To build a successful team, you need several facets all working in harmony.

Self-motivation and desire

Successful teams consist of people who are self-motivated and have an innate desire to succeed.


It’s a cliché but good communication is essential. The team must be open, transparent and share details of its members’ work. Keeping secrets fosters mistrust.


Good teams spend less time responding to external events and more time being proactive about making sure they are in control.

Adaptation and resilience

A good team is adaptive and resilient to change. A good team will be prepared to throw away work if it means a more successful outcome by doing something differently.

Decision making

Everyone should know how and by whom decisions are made.

Mutual support

Mutually supportive team members create something that is larger than the sum of their parts. They will be prepared to help each other at any time.

Reliability and predictability

If you are both reliable and predictable, you will succeed. This means not only delivering on time, but reliable to each other in the team.

Yubikey as Google Authenticator on Ubuntu

Second factor authentication (2FA) is a fact of life these days for serious security. Many sites accept and use Google Authenticator which uses a time-based code on your phone that changes every 30 seconds.

A Yubikey as shown is also another 2FA device that is able to work as a USB HID (it appears as a keyboard) and can send one-time codes when the button is pressed, which is loads more convenient than opening up an app on your phone.

yubikeyBecause it doesn’t have a clock, however, it might not seem apparent how you can use it as a Google Authenticator replacement, but there is a way!

Yubico has a few tools that you can use to program the key. On Ubuntu you can grab them by installing the yubikey-personalization package:

sudo apt-get install yubikey-personalization

You will also need a Python script that handles a few things that you need to interact with the Yubikey:


Finally, you will need the Google Authenticator secret key. It’s not easy to get this from an existing configured Google Authenticator but if you are using it for SSH it may be on your SSH host in first line of the $HOME/.google_authenticator file. If not, you need to talk to your admin.

OK¸ now you can program your Yubikey. The Yubikey has got two slots for configuration. I put mine in slot 2 but you can use slot 1 as required.

ykpersonalize -2 -o chal-resp -o chal-hmac -o hmac-lt64 -a $(./ --convert-secret | cat) -y

This will prompt you for the Google Authenticator secret (Change the -1 to a -2 if you want to use slot 2). Now, you are ready to generate the 6-digit codes that Google Authenticator uses.

As I said above, the codes are time-based but the Yubikey doesn’t have a clock so you need to use the script to send the right challenge to the key, which will respond with the code:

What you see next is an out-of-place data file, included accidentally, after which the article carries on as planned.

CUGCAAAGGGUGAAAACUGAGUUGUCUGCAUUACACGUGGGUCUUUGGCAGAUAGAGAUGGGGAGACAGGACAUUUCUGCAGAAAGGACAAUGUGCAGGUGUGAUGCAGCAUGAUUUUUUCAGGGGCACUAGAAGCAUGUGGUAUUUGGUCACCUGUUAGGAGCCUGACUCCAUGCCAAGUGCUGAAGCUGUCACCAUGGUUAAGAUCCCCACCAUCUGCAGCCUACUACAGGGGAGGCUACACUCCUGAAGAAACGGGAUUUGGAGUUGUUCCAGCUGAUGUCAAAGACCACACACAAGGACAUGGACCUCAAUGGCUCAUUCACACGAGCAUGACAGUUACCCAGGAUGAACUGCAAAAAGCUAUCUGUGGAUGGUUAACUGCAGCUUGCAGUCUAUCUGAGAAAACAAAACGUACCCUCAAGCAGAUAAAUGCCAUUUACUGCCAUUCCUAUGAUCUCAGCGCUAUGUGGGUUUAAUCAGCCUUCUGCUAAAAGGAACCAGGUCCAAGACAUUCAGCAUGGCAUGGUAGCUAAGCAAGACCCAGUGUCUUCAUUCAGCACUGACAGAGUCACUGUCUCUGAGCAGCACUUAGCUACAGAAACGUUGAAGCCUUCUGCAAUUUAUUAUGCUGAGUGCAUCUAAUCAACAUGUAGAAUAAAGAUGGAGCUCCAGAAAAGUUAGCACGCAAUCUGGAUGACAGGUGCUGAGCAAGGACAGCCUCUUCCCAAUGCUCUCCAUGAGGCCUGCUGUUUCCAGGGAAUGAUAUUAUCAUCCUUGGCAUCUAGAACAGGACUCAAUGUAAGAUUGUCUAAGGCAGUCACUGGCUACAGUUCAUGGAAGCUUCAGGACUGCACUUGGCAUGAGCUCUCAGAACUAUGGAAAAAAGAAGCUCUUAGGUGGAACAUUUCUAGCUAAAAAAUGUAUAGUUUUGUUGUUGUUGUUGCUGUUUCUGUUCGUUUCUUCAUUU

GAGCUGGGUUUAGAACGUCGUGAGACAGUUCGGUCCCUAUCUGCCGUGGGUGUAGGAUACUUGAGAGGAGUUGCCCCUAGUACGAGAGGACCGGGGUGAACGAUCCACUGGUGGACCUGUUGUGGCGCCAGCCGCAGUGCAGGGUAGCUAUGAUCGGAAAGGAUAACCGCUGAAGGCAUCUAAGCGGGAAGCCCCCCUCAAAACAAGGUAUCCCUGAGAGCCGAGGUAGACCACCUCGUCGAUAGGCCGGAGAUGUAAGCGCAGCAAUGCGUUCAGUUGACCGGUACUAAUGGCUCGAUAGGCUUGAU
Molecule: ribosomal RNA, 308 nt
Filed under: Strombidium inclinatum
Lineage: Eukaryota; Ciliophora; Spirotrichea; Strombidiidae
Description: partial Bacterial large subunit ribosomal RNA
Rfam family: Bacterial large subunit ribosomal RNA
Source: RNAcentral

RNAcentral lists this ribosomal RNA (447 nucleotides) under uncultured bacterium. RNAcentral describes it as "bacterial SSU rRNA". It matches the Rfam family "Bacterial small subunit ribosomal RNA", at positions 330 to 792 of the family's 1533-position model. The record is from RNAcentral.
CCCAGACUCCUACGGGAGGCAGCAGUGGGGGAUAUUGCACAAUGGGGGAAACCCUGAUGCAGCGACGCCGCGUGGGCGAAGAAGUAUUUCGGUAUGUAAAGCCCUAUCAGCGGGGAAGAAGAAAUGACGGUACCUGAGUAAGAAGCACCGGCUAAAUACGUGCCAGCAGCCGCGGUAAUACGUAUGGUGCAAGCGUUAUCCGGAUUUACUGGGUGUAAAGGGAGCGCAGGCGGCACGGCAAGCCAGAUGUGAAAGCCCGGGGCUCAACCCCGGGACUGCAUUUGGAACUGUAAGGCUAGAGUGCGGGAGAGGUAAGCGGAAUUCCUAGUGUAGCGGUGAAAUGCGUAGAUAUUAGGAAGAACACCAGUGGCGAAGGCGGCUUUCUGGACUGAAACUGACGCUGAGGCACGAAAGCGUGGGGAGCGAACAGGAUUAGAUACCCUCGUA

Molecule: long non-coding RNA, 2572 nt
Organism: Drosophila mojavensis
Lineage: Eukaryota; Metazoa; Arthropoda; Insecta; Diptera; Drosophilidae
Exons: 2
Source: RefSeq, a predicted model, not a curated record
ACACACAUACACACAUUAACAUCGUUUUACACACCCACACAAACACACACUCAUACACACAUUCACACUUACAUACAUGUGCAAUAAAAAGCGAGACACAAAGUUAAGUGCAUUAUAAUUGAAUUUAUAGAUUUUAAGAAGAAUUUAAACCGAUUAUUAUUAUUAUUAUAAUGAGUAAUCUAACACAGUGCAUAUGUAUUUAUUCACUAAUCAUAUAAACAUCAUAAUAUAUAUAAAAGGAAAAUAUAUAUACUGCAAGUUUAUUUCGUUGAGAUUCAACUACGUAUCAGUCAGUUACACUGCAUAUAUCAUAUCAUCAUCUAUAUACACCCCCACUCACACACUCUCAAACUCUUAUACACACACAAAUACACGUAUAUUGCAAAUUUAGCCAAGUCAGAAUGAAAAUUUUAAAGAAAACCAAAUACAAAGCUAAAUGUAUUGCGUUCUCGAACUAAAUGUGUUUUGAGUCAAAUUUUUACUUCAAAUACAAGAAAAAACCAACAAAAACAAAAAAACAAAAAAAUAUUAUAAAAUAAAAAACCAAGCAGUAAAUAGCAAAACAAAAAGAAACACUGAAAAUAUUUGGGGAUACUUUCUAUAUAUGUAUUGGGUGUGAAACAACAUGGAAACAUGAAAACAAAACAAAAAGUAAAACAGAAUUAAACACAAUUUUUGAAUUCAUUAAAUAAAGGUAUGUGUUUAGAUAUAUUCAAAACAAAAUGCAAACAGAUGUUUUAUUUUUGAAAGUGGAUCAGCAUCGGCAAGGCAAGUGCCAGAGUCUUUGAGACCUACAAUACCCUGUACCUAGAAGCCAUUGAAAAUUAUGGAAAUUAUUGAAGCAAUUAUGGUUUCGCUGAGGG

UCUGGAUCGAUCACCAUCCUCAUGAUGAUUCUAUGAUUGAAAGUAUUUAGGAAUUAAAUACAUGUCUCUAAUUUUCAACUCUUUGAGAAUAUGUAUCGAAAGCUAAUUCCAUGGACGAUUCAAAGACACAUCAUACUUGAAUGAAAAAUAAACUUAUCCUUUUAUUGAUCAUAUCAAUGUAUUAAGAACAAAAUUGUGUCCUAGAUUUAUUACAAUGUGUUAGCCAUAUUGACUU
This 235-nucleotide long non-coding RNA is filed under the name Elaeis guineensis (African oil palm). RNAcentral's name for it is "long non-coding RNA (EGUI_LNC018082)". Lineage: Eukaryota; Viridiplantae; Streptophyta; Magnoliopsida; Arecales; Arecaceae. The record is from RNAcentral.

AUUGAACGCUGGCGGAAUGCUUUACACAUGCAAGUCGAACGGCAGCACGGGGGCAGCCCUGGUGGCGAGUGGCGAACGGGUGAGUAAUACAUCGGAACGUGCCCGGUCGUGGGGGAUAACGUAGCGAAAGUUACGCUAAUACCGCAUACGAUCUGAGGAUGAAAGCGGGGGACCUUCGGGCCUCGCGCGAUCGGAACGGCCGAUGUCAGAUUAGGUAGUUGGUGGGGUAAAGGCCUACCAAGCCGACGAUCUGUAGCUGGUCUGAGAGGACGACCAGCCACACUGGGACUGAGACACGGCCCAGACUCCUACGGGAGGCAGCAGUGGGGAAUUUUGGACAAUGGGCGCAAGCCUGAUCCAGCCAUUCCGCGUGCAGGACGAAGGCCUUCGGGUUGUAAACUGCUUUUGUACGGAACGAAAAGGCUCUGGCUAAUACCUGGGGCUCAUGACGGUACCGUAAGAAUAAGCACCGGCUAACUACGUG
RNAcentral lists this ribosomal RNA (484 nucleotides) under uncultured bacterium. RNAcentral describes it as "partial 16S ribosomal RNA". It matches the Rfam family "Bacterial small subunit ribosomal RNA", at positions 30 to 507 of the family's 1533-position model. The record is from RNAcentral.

./ --yubi-no-sudo

If you used slot 1 instead of slot 2 you’ll need to change the hard-coded slot around line 103 of where it constructs the ykchalresp command.

So this is nice but we can make it more convenient by using a global shortcut. I use KDE as my desktop environment but you should be able to adapt this to other desktops.

There may be a better way of sending keystrokes to the focused window in KDE than this, but I am using a program called xte that you  can find in the xautomation package:

sudo apt-get install xautomation

Now, open up your system settings and go into the Workspace/Shortcuts section. Then click on the “Custom Shortcuts”. (This may be under Common Appearance and Behaviour/Shortcuts and Gestures if you’re using an old version of KDE like the one on Trusty 14.04).

Then click the Edit drop down and further select the New → Global Shortcut → Command/URL. This will give you a new shortcut called New Action by default (you can click on that and rename it) which has three tabs on the right, Comment / Trigger / Action.

Under Trigger you can assign a global shortcut. I am using Ctrl-Alt-Y (Y for Yubikey).

Under Action you need to paste some code in the Command/URL text box. Assuming you put in /usr/local/bin:

echo str $(/usr/local/bin/ --yubi-no-sudo) | xte; echo key Return | xte

What this will do now is when you press Ctrl-Alt-Y, it generates a code and passes it to xte along with a Return keypress. xte sends the provided input to the currently focused window.


Much quicker than opening up the Google Authenticator app every time!

(PS If someone tells me how to do this on Ubuntu desktop I’ll add the instructions here)

WebEx in Ubuntu LXC containers

If, like me, you’ve Googled around looking for a solution to get Cisco WebEx working in Ubuntu and nothing really explained it properly, or you ended up with a messed up system, then I am here to help!

Most of the stuff I’ve seen requires a 32-bit installation of Firefox, which doesn’t help me much since I use a 64-bit OS, so I decided to put it all in a container (which is good practice anyway for anything that installs binaries).

Here, I’m installing my container as root as it removes a load of hassle later. You can install them as a regular user but you need more configuration, which overcomplicates things. I’ll leave it as an exercise to the reader to figure that out.